Hercules (1957) directed by Pietro Francissci, and starring Steve Reeves as HERCULES!!!
On to the movie. When the film’s producer was asked what he thought of the movie after initially viewing it, Levine said”One of the worst pictures I ever saw, but I knew it had great appeal”. After watching the movie I can see this as pretty reflective of my own impression. The film’s costs seem to go primarily to its sets, which look great, and leave little else for entertainment value. It’s pacing and writing trouble follow it all the way to the finish, but Reeves does a good turn at keeping its weight on his broad shoulders. It’s not that Reeves is giving a great performance, he’s not given much and he doesn’t do much with it, but his simple and direct delivery work well for the film and provide its greatest strength. Most of the actual mythos gets scrapped, but we do see one or two of the twelve labors performed, and the Jason and the Argonauts quest for the Golden Fleece accomplished. It’s this latter story line which ends up hijacking the second half of the film, and seem to make Hercules a guest star in his own movie. As the climax returns the eponymous star to the movie, life certainly seems to come back into the screen, and it’s in these final minutes that Hercules delivers its most exciting moments. Breaking free of his chains, Herc unleashes some pretty fun visuals as he uses them to pummel and break apart the city guards. The film’s finale sees Hercules lash his manacles to the pillars at the top of the capital’s steps, and pulling a very Samsonesque move, rip down the foundation through his titanic strength.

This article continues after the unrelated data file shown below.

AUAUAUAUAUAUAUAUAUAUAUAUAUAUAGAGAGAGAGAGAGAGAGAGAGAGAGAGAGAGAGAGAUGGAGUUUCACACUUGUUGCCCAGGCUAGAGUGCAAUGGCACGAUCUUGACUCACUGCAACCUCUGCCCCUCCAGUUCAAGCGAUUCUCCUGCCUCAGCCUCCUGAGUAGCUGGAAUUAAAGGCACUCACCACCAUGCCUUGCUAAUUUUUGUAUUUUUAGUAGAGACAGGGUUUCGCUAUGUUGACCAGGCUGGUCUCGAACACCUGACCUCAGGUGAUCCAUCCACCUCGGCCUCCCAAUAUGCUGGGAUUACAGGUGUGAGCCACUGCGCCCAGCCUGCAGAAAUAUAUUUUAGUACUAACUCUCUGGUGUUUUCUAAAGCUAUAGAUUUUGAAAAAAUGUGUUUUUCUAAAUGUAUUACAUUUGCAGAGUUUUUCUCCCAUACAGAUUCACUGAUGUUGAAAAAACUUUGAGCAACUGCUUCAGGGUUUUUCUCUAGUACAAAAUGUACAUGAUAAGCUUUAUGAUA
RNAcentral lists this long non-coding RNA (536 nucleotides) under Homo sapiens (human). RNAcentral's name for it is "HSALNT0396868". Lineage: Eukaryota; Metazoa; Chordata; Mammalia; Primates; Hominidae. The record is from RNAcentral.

As for the depiction of Hercules himself, he is played as the gentleman’s adventure, and much of his primal angst and fits of rage aren’t fully seen. Though he is prone to anger and small moments of tragic melancholy over his divine nature amongst mortal men are peppered in, I came away pretty indifferent on this version. The beard, suggested to Reeves by the film’s cinematographer, helps the otherwise standard affair of dress, though we do see a fur tunic (possible nod to his famous lion skin) in the beginning of the picture. He also never uses a club. This got to me a lot, but the awesome use of chain combat at the end helped a bit. I couldn’t help but think that some influence of this film’s depiction must have come up in the original Marvel comics’ interpretation, they are very similar to me, and I can’t help imagining Kirby taking a night out and catching a showing of Hercules in a New York theater. (side note: As part of the film’s massive commercial media output, 500,00 issues of a Hercules comic book were distributed in North America) I had an interesting time with the film, and do have enthusiasm for seeing its direct sequel, and what Reeves does with it. I’m considering making a chart to track how much each version keeps traits from the mythic origins: uses club, wears lion skin, has beard, etc. as these are the things which originally got me most excited for the new Dwayne ‘The Rock” Johnson picture coming soon. But we have long way to go and 10 more movies separating the time till then, and I’ve been wasting a lot of time on this one. So I’ll leave off until tomorrow’s review for now.
Coming up Next: Hercules Unchained (1959) featuring Steve Reeves as HERCULES!!!